Blue and Gold Illustrated

Sept. 19, 2016

Blue & Gold Illustrated: America's Foremost Authority on Notre Dame Football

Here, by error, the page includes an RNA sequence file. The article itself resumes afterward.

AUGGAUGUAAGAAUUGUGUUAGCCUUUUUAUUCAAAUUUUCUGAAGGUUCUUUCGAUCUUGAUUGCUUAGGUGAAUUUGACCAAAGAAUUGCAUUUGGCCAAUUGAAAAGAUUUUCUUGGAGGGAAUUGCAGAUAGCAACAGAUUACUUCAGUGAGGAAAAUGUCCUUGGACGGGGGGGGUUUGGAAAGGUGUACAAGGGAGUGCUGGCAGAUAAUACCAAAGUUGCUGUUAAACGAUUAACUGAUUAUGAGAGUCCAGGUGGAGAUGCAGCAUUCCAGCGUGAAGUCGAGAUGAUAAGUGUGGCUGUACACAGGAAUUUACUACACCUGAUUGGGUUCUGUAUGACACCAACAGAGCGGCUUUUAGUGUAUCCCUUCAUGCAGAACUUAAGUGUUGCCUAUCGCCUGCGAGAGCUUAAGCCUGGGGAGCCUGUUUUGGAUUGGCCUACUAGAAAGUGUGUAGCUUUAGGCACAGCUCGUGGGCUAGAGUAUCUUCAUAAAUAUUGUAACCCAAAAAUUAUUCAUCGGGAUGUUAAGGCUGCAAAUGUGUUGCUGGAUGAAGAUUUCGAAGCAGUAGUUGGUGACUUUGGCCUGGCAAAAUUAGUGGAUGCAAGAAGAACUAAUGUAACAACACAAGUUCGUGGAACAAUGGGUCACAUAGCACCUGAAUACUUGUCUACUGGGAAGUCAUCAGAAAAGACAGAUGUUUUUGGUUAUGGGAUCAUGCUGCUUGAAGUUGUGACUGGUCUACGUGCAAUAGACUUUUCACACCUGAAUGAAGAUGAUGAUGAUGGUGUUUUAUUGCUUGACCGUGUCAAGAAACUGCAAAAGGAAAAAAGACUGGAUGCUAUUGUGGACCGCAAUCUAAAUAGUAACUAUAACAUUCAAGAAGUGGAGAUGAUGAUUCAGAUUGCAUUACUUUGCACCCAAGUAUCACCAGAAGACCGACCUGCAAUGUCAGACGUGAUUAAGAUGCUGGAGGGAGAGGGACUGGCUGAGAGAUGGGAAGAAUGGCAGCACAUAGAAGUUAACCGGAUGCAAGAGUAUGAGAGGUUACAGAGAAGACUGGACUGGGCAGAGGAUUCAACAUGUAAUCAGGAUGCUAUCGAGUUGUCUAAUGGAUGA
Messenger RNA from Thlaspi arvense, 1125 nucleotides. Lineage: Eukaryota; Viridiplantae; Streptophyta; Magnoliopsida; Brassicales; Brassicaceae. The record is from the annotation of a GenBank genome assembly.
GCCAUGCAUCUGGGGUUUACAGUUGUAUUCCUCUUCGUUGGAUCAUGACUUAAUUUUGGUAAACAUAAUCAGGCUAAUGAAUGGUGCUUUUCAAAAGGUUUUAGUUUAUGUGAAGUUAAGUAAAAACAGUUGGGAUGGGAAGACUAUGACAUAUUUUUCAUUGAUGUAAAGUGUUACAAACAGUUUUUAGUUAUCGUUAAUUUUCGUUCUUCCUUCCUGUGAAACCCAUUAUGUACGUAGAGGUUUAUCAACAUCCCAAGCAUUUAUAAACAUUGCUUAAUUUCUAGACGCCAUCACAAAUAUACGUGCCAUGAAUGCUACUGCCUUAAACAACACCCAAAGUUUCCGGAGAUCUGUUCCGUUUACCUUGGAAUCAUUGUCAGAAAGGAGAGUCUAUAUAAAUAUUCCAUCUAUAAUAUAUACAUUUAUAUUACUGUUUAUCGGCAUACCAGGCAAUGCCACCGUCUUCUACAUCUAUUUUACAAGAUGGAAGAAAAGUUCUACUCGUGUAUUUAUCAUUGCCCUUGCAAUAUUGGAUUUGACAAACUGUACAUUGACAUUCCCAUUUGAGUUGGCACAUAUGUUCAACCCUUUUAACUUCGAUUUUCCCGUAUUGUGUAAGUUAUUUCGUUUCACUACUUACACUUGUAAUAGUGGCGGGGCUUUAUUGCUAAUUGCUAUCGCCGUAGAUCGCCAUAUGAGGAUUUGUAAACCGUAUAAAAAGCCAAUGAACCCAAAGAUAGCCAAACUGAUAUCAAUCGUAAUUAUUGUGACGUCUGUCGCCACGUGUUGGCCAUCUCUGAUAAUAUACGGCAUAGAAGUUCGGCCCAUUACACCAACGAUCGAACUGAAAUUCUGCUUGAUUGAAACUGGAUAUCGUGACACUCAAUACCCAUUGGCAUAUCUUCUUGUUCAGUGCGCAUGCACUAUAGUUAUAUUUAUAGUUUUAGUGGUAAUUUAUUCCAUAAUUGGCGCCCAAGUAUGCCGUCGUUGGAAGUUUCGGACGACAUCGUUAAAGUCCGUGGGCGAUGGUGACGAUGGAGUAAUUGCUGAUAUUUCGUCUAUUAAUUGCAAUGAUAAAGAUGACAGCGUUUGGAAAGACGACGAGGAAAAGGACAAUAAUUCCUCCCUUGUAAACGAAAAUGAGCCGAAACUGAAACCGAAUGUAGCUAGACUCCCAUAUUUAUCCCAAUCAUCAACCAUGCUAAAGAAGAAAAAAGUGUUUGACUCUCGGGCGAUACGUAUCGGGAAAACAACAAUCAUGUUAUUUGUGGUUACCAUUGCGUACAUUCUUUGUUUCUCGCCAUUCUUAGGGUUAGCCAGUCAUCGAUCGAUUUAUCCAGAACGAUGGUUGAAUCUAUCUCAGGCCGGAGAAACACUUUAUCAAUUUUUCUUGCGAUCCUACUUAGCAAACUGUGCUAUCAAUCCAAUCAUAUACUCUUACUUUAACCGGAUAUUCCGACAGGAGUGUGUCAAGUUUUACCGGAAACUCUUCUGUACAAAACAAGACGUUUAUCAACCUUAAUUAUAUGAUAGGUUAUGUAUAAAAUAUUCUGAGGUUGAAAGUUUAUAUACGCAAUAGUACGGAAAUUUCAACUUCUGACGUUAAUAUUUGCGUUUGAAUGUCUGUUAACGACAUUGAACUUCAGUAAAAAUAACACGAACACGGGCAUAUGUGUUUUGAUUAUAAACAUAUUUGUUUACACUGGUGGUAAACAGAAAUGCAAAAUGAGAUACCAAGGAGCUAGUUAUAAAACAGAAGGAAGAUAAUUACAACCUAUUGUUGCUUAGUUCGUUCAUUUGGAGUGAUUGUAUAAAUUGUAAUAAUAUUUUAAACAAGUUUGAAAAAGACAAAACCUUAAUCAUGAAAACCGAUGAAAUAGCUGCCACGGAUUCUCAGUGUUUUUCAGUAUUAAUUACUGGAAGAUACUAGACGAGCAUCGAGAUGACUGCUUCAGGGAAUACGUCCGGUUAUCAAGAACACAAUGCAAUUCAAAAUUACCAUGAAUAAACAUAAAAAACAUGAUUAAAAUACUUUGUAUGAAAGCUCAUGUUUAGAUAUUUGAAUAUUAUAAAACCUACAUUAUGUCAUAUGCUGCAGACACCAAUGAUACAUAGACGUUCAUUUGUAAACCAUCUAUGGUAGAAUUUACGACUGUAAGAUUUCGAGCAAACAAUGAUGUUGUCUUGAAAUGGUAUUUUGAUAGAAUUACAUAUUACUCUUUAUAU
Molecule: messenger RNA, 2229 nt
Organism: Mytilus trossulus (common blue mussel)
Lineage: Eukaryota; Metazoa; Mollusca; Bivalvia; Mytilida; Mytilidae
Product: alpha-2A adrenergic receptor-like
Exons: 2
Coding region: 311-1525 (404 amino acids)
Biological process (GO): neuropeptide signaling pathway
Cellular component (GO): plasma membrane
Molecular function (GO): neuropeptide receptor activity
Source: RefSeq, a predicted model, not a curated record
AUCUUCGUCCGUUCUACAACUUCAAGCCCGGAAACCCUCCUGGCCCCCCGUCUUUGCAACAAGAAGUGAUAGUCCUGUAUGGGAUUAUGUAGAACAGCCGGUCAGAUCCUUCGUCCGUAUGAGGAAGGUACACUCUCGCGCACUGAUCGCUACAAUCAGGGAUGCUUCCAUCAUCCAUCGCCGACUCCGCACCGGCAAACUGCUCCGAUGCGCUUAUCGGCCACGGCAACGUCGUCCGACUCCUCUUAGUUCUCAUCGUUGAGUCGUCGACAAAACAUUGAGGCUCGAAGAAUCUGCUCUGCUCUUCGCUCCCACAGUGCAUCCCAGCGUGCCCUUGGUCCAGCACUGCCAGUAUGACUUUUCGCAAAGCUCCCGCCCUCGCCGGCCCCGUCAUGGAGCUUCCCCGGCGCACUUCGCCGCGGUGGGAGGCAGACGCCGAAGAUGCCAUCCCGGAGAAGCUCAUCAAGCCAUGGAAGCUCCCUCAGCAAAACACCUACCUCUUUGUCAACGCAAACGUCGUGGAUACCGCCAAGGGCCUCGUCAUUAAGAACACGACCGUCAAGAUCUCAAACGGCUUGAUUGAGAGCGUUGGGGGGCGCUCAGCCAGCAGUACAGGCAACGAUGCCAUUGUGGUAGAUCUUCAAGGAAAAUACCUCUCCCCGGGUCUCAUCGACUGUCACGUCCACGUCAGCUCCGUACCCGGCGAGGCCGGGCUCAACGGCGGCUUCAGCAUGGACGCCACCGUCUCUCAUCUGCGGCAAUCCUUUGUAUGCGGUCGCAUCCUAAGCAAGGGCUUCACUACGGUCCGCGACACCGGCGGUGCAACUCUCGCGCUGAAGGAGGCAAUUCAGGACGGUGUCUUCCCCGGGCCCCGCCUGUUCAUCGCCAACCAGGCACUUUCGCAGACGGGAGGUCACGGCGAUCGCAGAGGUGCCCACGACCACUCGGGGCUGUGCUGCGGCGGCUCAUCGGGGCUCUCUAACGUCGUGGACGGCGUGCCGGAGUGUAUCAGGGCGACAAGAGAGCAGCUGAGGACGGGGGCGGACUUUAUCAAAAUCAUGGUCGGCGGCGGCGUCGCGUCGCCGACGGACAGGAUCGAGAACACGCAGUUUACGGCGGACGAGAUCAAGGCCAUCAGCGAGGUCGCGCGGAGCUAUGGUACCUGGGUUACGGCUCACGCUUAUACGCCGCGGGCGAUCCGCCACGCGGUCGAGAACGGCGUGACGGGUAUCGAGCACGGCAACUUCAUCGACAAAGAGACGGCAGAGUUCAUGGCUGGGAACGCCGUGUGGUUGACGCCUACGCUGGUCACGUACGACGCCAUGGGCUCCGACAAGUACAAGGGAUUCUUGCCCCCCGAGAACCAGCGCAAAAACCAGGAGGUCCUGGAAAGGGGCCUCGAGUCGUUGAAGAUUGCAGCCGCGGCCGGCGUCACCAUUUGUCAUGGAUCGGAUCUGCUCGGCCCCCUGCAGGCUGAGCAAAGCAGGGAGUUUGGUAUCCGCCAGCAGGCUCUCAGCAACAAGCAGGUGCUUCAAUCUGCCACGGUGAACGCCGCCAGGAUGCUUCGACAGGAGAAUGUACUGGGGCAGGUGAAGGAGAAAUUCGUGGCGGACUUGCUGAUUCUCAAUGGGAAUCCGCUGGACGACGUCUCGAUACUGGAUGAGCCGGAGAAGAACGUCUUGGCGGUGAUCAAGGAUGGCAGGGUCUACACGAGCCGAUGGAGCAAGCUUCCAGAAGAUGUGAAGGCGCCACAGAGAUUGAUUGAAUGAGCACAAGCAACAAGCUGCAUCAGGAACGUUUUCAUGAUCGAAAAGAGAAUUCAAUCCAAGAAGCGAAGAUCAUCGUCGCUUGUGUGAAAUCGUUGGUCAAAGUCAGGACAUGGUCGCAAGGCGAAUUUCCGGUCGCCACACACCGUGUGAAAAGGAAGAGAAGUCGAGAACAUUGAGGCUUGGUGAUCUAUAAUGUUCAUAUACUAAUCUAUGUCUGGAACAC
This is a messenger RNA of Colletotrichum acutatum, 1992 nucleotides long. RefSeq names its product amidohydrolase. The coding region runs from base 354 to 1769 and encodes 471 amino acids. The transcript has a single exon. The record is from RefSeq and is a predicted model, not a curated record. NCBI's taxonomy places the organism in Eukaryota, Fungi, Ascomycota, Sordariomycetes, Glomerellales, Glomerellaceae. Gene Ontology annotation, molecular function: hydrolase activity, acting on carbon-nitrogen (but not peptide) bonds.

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26 SEPT. 19, 2016 BLUE & GOLD ILLUSTRATED TURNING POINT If there was a flicker of hope left for Nevada in the first half to make the game competitive, it came with 5:03 remaining until the intermission when it pinned Notre Dame back at its 12-yard line while trailing 18-0. A defensive hold by Nevada, get- ting the ball in good field position, scoring before halftime and then re- ceiving the second half kickoff could have at least made it interesting. The Wolf Pack put Notre Dame into a third-and-14 hole at its 8-yard line, but junior wide receiver Corey Holmes made his first career catch on a 15-yard pass from junior quar- terback DeShone Kizer. The methodical downfield march continued while converting on third-and-two and third-and-three. The 13-play, 88-yard drive culmi- nated with a two-yard option pitch TD to senior running back Tarean Folston with 35 seconds left to make it an overwhelming 25-0 at halftime. STAT OF THE GAME Notre Dame finished 6 for 6 in the red zone. More importantly, the last five resulted in touchdowns. While achieving this against an outmanned Nevada defense might be construed as padding the num- bers, the fact that Notre Dame was able to accomplish it with mainly a sophomore and freshman contin- gent at the running back and re- ceiver positions is encouraging. Kizer especially has a nose for the goal line with his 230-pound frame, but he also maneuvered to buy time for his receivers. Notable is that even though the Irish have several large targets for fades or jump balls, it was sopho- more slot receiver C.J. Sanders, at 5-8, and freshman wideout Kevin Stepherson, at 6-0, that were found for four- and seven-yard scores. LET'S GET PHYSICAL Notre Dame's next opponent, Michigan State, has had a clear, unmistakable identity for a decade under head coach Mark Dantonio: Blue-collar physicality on both sides of the ball and consistently excellent fundamentals. That is a direction Notre Dame might head in 2016. Last year, with the game-breaking Will Fuller at wide receiver and the explosive C.J. Prosise in the back- field, Notre Dame unofficially set a school record for most 50-yard scores in a season with just over a dozen on offense. This year, it will need to lean on a more methodical approach — simi- lar to Michigan State. Defensively, it went to more base principles against Nevada with a four-man line while protecting an extremely young secondary. It might not be fancy, but it can work, as it has for the Spartans for a while. THREE OBSERVATIONS BY LOU SOMOGYI Senior linebacker James Onwualu spearheaded a strong defensive effort for the Irish with team-best totals of five solo stops and two tackles for loss. PHOTO BY BILL PANZICA OFFENSE: QB DESHONE KIZER Notre Dame was not overly explosive against Nevada, and none of its offensive players put up major numbers. The Irish grinded out a win, and the efficient performance of the junior quarterback was a primary reason. Kizer set a career-best mark by completing 83.3 percent of his passes (15 of 18), and ended the night with 156 passing yards and two touch- downs. He also rushed for 35 yards and a score in the win. DEFENSE: LB JAMES ONWUALU The senior linebacker is a captain for the Irish, and against Nevada he played like it. He led the Irish with five tackles — all solo stops — and two tackles for loss. While those numbers were good, it was his disciplined play that proved crucial to Notre Dame's defensive success. In the second quarter, Nevada tried to catch Notre Dame off guard with a reverse, but Onwualu stayed home and made the stop for a seven-yard loss. Later in the same quarter, Nevada had crossed into Notre Dame terri- tory, but Onwualu sniffed out a misdirection run and tackled Wolf Pack quarterback Ty Gangi for a three-yard loss. Nevada's drive stalled out just two plays later. SPECIAL TEAMS: RETURNER C.J. SANDERS For the second straight game, sophomore C.J. Sanders made a signifi- cant impact in the return game. His 24-yard punt runback in the second quarter gave the Irish the football at the Nevada 25-yard line. Three plays later, Sanders finished off the drive with his second career receiving touchdown. In the third quarter, he ripped off a season-long kick return of 37 yards, giving the Irish the ball out at their 43-yard line. Both of his returns set up touchdowns for the Notre Dame offense. Sanders finished the game with 107 all-purpose yards. TOP PLAYERS OF THE GAME BY BRYAN DRISKELL

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